New Exhibition Celebrates Life and Work of Past UC Riverside Chancellor Tomás Rivera

Highlights of the late chancellor’s contributions to literature, civic life and education are displayed in the UCR Library

UCR Library presents “Tomás Rivera: UCR and Higher Education Retrospective/Una Retrospectiva Sobre UCR y Educación Superior.”

RIVERSIDE, Calif. (www.ucr.edu) – The University of California, Riverside Library has unveiled its newest exhibition, “Tomás Rivera: UCR and Higher Education Retrospective/Una Retrospectiva Sobre UCR y Educación Superior.” The exhibition is located in Special Collections & University Archives on the fourth floor of Rivera Library.

The exhibition showcases the life and work of author, poet, teacher, activist, and past UCR Chancellor Tomás Rivera. Rivera worked tirelessly to make higher education accessible to students from underrepresented communities. He also took an active role in supporting Chicano/a youth groups and anti-violence programs in local high schools. He died at the age of 48, but his work as an advocate for social change and advancement through education still resonates today. His name and legacy are kept alive in many ways, including through the renaming of UCR’s first library in his memory, shortly after his passing in 1984.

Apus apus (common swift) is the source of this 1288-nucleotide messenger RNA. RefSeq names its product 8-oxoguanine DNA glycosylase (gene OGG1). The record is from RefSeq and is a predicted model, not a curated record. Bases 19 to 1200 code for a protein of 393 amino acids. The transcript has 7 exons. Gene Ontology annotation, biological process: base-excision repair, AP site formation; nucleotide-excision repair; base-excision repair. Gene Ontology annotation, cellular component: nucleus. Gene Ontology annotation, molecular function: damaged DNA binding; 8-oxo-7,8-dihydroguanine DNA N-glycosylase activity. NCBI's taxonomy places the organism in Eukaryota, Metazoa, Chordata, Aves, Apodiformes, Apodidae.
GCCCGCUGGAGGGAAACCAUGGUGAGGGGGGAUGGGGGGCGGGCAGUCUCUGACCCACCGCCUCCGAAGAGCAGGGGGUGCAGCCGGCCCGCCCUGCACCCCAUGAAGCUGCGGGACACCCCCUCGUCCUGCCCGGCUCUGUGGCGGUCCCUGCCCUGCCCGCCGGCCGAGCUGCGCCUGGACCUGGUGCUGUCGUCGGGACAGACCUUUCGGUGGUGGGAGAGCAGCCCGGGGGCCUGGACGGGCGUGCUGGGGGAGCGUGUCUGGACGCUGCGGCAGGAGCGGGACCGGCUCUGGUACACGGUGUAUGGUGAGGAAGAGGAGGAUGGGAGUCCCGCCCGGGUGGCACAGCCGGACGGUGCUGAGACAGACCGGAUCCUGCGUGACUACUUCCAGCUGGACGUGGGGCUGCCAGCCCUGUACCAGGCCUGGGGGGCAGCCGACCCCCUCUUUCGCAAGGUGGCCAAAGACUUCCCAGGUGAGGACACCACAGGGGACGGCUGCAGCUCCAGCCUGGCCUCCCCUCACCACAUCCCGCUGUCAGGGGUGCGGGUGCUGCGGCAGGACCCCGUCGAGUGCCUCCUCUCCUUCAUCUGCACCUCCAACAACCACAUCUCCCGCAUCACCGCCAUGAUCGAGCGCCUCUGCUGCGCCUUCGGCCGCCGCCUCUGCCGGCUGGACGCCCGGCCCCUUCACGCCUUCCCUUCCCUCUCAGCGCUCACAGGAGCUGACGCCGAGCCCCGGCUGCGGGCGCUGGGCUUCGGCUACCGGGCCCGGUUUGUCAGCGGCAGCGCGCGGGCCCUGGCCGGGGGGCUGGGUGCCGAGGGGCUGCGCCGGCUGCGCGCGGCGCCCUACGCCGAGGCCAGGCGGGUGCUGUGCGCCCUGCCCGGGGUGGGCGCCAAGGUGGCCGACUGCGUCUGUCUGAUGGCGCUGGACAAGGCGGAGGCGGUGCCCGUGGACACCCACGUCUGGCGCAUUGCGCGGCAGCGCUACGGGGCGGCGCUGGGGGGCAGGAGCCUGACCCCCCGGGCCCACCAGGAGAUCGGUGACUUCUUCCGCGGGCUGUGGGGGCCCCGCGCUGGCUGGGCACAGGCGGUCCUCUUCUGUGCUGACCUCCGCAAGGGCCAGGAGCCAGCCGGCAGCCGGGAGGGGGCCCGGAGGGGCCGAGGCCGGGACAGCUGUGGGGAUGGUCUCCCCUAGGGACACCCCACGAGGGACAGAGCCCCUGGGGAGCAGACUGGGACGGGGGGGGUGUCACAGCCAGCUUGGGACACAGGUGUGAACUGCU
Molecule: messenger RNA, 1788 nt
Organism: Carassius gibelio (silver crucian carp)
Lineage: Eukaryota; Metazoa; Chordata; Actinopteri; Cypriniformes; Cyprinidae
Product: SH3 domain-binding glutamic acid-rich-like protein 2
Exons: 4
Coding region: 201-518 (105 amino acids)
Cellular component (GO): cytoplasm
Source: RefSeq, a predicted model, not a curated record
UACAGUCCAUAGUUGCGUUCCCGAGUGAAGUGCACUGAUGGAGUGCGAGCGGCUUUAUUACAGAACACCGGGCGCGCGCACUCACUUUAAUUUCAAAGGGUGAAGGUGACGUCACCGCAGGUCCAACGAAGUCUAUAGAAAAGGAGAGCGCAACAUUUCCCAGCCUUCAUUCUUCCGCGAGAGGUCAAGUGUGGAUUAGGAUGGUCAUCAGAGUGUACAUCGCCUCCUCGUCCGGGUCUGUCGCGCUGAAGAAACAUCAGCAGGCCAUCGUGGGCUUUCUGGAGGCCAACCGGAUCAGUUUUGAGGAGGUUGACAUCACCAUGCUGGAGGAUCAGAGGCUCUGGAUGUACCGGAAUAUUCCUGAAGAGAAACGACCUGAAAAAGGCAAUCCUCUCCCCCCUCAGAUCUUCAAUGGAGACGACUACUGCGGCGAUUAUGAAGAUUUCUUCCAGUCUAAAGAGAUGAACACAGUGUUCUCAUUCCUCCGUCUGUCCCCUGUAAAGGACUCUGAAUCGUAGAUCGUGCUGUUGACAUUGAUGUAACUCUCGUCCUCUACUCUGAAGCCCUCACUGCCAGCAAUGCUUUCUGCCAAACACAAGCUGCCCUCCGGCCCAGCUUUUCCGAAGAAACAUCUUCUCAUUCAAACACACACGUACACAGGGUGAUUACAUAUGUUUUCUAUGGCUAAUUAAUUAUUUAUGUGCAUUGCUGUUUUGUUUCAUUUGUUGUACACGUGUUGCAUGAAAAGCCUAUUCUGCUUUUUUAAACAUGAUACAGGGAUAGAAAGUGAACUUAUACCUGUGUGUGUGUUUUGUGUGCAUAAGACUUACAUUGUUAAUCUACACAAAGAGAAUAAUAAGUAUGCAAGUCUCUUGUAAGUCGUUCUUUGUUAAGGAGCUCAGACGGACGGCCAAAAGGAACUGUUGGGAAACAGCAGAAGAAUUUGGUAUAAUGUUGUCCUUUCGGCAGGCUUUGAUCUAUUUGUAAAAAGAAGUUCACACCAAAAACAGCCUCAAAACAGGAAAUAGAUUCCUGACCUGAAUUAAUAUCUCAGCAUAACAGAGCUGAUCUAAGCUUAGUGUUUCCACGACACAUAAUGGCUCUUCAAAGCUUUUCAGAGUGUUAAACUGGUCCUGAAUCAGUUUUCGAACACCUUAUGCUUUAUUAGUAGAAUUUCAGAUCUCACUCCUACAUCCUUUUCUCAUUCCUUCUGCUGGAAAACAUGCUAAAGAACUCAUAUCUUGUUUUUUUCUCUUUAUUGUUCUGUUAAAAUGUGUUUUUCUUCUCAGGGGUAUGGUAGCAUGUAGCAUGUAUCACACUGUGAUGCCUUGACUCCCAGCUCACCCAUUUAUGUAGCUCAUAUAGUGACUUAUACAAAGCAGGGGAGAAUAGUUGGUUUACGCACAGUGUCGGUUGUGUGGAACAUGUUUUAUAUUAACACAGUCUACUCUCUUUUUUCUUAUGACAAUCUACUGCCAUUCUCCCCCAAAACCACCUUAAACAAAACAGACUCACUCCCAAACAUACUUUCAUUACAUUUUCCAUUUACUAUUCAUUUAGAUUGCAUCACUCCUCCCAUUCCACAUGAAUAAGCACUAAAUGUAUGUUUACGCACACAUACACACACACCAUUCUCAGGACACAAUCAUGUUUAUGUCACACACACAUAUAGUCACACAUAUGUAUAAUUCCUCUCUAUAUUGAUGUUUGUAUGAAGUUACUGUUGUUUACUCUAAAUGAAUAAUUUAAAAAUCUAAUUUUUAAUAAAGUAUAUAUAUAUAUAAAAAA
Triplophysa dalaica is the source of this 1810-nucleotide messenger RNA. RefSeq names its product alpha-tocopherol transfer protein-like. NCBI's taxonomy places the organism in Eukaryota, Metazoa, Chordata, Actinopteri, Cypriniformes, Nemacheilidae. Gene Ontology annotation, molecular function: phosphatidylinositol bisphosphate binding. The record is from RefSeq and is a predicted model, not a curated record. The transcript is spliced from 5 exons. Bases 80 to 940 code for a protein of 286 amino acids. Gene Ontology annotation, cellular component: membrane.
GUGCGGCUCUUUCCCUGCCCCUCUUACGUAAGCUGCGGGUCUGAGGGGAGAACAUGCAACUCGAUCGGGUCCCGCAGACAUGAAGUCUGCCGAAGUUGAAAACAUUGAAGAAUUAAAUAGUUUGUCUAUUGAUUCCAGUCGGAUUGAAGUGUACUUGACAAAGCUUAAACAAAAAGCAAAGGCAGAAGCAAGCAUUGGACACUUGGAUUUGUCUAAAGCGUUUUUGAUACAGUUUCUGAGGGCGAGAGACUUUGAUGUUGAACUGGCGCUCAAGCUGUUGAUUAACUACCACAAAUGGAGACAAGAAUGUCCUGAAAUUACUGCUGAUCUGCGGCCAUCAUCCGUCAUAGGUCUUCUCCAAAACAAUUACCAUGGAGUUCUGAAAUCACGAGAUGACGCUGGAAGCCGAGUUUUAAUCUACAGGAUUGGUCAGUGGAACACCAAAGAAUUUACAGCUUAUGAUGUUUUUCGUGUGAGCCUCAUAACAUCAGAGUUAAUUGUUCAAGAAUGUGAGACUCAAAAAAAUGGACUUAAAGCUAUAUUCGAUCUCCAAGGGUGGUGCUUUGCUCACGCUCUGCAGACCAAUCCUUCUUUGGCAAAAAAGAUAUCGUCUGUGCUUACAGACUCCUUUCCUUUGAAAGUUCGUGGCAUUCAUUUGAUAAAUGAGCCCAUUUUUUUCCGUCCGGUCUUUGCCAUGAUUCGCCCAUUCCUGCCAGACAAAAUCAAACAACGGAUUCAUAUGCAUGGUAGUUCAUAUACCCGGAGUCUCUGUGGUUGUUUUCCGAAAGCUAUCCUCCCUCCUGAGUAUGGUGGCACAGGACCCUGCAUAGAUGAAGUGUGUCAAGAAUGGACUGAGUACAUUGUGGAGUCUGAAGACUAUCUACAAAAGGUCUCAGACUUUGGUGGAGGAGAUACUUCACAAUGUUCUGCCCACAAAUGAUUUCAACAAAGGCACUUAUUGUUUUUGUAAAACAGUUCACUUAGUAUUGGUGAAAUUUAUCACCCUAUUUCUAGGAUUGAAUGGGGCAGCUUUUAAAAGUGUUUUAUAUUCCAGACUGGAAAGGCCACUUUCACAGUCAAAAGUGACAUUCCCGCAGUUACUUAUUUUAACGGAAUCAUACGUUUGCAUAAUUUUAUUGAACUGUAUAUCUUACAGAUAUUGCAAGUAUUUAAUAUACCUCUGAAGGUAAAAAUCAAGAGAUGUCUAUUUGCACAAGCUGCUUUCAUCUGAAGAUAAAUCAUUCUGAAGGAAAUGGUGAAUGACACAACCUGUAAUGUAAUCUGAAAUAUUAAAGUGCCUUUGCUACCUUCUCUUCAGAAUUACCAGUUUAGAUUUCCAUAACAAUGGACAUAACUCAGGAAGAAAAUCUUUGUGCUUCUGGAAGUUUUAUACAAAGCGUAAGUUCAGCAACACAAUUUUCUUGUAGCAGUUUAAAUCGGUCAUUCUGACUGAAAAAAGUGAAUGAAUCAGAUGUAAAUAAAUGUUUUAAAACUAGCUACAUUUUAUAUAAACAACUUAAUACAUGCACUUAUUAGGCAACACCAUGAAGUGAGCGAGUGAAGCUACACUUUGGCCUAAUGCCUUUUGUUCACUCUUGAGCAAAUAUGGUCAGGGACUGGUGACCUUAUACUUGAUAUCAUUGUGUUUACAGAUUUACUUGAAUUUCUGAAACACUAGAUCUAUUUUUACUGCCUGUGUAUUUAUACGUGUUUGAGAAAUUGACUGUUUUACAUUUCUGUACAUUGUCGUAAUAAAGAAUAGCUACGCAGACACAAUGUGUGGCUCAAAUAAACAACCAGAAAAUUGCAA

“Chancellor Rivera’s name and legacy are kept alive through events such as the annual Rivera Conference at UCR and the Tomás Rivera Lecture series, but we felt it was important to have an exhibition on display showcasing the impactful work he did for the community,” said Steven Mandeville-Gamble, university librarian at UCR.

The exhibition highlights some of Rivera’s contributions to literature, civic life, and higher education. It also includes written contributions to the Latino Renaissance, photos of Rivera with those he worked with as well as those he worked to help, and original objects like awards, a first edition of “…y no se lo tragó la tierra,” a novel by Rivera, as well as a hand-written chapter from the celebrated work.

The exhibition was curated by Stephanie Milner and Melissa Cardenas-Dow, and implemented by the members of the Library’s Exhibits Committee in coordination with contracted designer Ann Marshall, who also designed “The Legacy of the Tuskegee Airmen” and “The History of the LGBT Civil Rights Movement” exhibitions at UCR.

The exhibition is open to the public during Special Collections & University Archives’ regular hours, which are Monday through Friday from 10 a.m. to 5 p.m.

 

Media Contact


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Additional Contacts

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E-mail: melanie.ramiro@ucr.edu

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